Ecology of wolves with Emphasis on dispersal in a Human Dominated Landscape, Maharashtra, India
The Indian wolf is the top predator of open plains (semi-arid grasslands, scrublands, grazing land, etc.), categorized as a Schedule I species as per the Wildlife (Protection) Act. Increase in human population, habitat degradation and changing land use pattern have resulted in a decrease in the former range of wolf and reason for its local extinction. Indian wolf is a social animal and lives in packs. Indian wolf is known to shares their habitats with humans and uses large areas for various life history requirements. As per its large home range size, it is quite impossible to conserve such a vast landscape and even if we conserve 300 sq. km area only a single pack will be protected. The present study was initiated to evaluate the population status, space use and movement of wolves in human dominated landscape of Maharashtra, to ensure better management and conservation.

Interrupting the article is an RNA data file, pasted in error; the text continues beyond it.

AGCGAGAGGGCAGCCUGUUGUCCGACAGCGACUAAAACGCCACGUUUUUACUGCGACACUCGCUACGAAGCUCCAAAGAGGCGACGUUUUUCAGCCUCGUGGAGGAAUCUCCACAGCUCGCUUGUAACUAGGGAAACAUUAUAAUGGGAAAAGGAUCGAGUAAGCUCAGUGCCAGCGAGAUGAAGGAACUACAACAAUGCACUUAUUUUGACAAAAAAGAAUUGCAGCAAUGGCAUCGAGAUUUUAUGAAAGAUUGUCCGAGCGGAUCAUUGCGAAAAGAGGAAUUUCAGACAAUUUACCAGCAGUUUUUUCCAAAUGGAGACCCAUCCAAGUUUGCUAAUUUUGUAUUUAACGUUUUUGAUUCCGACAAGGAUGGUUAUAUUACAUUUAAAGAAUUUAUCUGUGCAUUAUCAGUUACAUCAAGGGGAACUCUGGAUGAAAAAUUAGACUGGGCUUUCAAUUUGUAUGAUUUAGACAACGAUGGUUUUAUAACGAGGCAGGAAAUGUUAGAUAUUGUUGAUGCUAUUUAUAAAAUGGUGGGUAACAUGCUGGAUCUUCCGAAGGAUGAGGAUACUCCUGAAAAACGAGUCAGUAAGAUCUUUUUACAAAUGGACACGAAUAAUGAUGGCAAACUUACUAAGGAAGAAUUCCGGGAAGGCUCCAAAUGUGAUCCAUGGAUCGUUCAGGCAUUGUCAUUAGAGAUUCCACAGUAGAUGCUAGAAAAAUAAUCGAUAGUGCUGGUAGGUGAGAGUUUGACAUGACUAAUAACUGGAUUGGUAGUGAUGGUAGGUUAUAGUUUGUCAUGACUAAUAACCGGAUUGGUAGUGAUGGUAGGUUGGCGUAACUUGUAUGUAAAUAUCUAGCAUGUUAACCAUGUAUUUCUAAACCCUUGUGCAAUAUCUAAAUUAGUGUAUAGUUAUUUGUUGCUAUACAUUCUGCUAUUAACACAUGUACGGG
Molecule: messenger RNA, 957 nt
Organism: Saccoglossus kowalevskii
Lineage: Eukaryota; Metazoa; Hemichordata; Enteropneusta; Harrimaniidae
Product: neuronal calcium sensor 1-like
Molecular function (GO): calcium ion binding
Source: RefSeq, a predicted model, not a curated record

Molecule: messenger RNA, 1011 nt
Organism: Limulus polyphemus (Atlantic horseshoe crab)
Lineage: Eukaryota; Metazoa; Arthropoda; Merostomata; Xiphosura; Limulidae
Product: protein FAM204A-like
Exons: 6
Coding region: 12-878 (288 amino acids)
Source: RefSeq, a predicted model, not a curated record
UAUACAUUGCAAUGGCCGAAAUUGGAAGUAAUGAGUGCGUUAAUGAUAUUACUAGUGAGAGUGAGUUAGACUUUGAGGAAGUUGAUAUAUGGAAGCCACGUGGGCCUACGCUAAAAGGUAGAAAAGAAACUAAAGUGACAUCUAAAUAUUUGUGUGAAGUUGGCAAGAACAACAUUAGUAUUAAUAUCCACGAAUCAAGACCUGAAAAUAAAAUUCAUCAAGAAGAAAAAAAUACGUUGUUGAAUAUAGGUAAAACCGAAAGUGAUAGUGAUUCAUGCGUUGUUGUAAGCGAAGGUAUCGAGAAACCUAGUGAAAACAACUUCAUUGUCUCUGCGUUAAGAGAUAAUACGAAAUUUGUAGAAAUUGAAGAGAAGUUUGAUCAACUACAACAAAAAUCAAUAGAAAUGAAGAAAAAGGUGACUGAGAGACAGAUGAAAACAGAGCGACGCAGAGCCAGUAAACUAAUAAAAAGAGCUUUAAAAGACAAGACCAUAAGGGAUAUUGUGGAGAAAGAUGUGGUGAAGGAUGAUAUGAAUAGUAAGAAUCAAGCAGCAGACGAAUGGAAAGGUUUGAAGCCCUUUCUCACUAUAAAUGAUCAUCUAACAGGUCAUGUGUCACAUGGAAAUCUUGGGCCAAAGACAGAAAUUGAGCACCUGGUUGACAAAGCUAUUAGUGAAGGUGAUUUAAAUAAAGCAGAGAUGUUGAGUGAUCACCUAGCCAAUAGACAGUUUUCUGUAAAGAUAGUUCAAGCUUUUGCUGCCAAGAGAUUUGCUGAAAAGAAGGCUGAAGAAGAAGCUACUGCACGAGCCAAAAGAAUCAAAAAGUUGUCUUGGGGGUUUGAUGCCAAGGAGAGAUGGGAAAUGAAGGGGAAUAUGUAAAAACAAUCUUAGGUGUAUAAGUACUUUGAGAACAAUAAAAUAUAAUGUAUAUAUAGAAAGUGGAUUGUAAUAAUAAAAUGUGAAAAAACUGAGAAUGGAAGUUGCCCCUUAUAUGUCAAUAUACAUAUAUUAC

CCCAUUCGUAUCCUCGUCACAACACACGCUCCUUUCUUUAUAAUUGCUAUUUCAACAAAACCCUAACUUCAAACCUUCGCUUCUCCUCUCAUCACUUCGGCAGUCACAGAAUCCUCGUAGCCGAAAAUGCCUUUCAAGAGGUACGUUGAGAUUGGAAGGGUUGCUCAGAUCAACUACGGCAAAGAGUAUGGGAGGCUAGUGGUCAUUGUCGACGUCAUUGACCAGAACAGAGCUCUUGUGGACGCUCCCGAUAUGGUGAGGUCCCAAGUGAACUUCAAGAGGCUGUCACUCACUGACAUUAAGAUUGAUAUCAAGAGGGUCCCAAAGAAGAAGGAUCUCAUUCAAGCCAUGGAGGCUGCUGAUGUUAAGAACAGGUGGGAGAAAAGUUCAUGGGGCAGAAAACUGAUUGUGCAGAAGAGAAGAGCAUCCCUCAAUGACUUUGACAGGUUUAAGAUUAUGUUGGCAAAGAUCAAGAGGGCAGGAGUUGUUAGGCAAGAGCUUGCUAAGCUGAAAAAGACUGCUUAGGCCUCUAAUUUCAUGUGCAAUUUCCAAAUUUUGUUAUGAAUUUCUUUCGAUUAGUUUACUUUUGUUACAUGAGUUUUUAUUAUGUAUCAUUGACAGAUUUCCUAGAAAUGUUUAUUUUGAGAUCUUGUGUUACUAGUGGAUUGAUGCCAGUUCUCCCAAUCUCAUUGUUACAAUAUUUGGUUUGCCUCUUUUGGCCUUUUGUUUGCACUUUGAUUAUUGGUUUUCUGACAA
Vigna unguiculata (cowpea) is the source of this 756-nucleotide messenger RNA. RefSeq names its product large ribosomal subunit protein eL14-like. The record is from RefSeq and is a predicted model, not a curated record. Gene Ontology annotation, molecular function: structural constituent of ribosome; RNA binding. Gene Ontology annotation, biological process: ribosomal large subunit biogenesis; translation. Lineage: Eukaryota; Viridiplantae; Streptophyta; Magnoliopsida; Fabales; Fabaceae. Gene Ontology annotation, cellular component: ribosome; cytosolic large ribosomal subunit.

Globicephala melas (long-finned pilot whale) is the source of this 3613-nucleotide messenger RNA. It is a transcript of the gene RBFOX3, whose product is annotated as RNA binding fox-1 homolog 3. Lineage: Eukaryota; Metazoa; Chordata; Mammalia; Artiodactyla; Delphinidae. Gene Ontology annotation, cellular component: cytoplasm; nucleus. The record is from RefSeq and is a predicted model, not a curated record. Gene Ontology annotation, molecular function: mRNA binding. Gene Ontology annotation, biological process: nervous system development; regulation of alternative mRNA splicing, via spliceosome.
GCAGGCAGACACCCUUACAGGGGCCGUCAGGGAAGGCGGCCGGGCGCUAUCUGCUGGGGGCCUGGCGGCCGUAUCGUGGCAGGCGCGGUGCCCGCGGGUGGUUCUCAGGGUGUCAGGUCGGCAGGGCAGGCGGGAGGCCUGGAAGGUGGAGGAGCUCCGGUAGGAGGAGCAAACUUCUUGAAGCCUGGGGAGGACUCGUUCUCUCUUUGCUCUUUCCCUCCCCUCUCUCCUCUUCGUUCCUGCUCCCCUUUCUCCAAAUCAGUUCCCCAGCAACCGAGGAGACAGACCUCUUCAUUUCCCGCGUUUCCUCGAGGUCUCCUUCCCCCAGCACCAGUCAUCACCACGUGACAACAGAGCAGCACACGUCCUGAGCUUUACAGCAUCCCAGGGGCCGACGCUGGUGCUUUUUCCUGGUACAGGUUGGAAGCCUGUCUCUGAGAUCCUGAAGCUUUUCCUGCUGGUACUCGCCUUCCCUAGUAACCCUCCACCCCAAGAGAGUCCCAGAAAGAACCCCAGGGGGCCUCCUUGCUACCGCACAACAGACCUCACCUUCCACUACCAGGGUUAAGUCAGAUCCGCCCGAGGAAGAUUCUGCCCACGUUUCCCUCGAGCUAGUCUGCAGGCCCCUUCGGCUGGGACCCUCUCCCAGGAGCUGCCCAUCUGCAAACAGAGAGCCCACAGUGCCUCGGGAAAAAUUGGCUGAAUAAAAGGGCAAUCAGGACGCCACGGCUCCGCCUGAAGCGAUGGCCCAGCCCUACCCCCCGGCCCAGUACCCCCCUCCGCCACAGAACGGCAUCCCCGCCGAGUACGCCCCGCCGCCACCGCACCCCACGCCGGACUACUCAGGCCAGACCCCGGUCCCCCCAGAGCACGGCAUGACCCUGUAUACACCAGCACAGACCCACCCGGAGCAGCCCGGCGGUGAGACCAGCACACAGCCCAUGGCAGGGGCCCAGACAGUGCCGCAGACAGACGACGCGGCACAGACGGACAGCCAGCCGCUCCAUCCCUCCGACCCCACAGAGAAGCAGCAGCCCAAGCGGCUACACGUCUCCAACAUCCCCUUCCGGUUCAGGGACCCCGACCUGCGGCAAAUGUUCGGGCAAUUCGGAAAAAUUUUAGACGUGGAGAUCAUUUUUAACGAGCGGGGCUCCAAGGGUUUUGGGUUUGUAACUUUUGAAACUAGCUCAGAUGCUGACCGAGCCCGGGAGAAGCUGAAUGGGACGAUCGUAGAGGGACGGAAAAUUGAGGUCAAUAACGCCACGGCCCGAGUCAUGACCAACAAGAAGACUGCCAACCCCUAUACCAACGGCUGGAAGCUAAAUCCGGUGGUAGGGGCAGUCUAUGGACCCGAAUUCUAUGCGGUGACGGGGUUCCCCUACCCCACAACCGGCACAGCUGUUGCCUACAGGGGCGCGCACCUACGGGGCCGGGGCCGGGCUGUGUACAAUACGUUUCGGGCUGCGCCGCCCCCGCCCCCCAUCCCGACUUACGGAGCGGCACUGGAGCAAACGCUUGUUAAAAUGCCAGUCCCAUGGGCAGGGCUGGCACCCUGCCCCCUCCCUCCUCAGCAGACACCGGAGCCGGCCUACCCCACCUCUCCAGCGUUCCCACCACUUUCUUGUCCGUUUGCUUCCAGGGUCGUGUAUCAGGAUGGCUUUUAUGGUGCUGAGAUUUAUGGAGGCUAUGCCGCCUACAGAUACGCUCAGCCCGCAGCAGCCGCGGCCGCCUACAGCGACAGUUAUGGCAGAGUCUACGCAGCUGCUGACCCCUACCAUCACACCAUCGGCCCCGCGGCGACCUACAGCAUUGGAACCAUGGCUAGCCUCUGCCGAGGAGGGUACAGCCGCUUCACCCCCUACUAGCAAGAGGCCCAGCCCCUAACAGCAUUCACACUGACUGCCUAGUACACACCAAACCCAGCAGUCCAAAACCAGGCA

Funding Agency: Department of Science and Technology (SERB)
Researchers: Sougata Sadhukhan, Shaheer Khan